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An irritating drama is currently being played out in front of the eyes of the world: the less the world listens to Washington, the louder new leadership claims in the US election race become. There are still ten months to go before America decides on Barack Obama's successor and they could very well be ten months packed full of cognitive dissonance: while America's influence on world politics continues to dwindle, promises to "make America great again" are becoming even louder. First of all, it is much more important in this situation to acknowledge, without schadenfreude or panic, that we're witnessing America's loss of power and equally the emergence of a "multi-polar" world which is in fact far different to that which America's critics had always hoped for.

This is one way of reading what's happening between Saudi Arabia and Iran for example. America's "strategic partner" in Riyadh is currently enraging its rivals in Tehran in order to torpedo the recent conciliation with the West resulting from the nuclear deal – a deal which represents Obama's most important foreign policy success. But even he can only stand by and watch. Washington didn't utter a single word about the mass executions because America needs the Saudis for her anti-IS alliance in Syria.

Where America's power should be exerted (and where better not), how power and influence is built up at all in today's world (and corroded) and what leadership truly means are all questions to which we need to rethink our answers.

When examining exactly how fundamental this change has been, America needs to look no further than her most important partner in Europe – Germany. What is probably the most US-friendly German government for decades has more issues with the American administration than it can openly admit.

When faced with three existential crises in recent times Germany has, in each case, done the exact opposite of what experts in the US administration advised. And given Germany's de facto role as Europe's leading power, this has far-reaching consequences which go much further than previous transatlantic differences of opinion.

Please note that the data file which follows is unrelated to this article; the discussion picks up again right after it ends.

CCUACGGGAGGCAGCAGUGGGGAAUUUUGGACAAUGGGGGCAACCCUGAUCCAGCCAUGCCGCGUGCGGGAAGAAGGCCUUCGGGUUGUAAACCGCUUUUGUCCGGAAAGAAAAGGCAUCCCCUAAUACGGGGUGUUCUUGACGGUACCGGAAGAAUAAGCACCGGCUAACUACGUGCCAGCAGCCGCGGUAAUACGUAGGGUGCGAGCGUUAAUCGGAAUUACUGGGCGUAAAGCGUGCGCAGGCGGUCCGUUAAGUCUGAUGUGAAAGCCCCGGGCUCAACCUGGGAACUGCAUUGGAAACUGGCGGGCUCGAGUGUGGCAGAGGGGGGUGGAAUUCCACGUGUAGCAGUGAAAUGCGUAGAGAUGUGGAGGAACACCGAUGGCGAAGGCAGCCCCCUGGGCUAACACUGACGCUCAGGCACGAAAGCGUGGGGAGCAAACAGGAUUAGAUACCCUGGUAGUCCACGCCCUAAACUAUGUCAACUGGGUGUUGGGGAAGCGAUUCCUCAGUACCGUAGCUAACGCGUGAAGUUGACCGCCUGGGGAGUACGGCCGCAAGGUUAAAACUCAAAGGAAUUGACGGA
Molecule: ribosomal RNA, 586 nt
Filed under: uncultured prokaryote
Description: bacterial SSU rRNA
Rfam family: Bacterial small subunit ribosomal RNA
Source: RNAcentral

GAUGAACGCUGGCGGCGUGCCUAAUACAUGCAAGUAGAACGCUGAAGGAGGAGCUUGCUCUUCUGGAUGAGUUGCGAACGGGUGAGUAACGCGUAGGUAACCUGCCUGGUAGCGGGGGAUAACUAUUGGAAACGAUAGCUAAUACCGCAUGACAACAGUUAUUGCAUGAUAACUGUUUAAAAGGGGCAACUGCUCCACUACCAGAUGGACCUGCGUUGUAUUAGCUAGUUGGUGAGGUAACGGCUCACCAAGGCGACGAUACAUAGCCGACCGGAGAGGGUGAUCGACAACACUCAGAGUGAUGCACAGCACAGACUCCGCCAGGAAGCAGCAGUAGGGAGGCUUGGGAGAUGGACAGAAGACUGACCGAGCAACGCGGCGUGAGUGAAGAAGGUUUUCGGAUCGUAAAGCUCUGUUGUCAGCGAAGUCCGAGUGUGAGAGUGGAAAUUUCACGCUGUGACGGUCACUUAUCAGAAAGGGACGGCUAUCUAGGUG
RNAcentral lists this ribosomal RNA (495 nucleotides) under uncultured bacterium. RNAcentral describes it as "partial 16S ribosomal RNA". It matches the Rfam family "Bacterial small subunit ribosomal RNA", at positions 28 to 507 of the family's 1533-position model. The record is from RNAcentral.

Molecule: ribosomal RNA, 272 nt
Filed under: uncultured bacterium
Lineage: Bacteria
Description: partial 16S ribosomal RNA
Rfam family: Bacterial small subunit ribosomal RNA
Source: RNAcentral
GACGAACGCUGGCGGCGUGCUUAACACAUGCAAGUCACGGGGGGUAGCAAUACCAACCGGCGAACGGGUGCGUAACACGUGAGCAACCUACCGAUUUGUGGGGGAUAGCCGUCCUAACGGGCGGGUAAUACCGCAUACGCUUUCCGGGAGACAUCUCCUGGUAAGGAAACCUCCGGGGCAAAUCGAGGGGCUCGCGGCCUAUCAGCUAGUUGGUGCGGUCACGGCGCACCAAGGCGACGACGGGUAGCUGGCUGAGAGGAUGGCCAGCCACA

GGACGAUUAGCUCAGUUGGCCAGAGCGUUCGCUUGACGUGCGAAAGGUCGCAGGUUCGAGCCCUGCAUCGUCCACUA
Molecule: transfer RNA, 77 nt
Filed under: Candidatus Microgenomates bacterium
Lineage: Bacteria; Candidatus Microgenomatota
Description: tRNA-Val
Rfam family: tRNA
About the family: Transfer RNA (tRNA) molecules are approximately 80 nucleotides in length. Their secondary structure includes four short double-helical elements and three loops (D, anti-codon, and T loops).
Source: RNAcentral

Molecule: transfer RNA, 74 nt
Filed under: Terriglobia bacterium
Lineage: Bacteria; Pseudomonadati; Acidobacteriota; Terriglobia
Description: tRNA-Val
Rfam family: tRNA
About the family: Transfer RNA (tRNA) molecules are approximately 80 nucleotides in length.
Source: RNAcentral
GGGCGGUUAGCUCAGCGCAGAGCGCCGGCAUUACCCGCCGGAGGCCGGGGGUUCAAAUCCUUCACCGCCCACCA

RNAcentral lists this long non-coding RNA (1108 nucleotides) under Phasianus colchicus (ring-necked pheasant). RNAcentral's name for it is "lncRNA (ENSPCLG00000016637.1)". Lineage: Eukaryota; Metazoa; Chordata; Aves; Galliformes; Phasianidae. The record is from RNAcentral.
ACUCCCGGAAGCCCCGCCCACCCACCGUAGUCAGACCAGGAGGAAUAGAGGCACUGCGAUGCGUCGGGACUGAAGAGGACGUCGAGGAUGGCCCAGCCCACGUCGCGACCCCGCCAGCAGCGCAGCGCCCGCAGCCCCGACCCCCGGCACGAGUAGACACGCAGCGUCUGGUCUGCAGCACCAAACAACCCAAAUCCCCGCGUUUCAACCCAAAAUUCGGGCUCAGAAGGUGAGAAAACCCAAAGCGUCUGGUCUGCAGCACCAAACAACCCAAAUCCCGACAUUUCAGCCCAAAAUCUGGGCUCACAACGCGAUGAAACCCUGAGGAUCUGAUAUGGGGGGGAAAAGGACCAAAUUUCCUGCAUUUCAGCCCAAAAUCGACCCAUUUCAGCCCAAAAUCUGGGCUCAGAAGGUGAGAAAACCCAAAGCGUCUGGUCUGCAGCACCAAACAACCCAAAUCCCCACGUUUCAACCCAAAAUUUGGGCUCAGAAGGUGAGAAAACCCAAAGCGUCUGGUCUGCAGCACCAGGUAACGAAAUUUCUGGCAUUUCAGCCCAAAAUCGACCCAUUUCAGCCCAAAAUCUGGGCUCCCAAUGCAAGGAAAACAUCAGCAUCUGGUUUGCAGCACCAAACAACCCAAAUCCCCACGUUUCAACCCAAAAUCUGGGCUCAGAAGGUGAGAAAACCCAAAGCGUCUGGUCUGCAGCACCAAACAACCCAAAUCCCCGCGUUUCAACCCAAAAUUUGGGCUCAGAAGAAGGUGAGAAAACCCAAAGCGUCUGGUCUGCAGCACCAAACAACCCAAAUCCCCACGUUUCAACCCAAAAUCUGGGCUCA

During the Euro crisis the same few pieces of advice could constantly be heard coming out of Washington ("form a United States of Europe!", "Forget the debt!" and "print money!"). The supposed German "austerity policy" was considered the source of all evil. And because the calls to print money, astonishingly, came from those who had actually caused the crisis - which had in fact started as a loan and debt disaster in the US - the Finance Ministry and Chancellery decided at some point to stop listening. Berlin, annoyed by the arrogant conduct of US emissaries, stuck to its guns and continued to offer aid packages in exchange for reforms.

The second German-American discord emerged during the argument between the EU and Russia over the Ukraine. American foreign policymakers pushed for lethal arms to be delivered to Kiev or at the very least threatened to be delivered. The danger of starting a proxy war with Russia was clearly seen by many of the top foreign policymakers in Washington as an acceptable risk. Obama took a back seat, instead leaving his Vice-President Biden to gain support for their plan. Angela Merkel, who took the lead in negotiations with Moscow, had to stand her ground in the face of calls for escalation from Washington. Delivering arms would have, as Merkel saw it, made the Second Minsk Agreement impossible and ruined the united front presented by Europe in the form of economic sanctions imposed on Russia.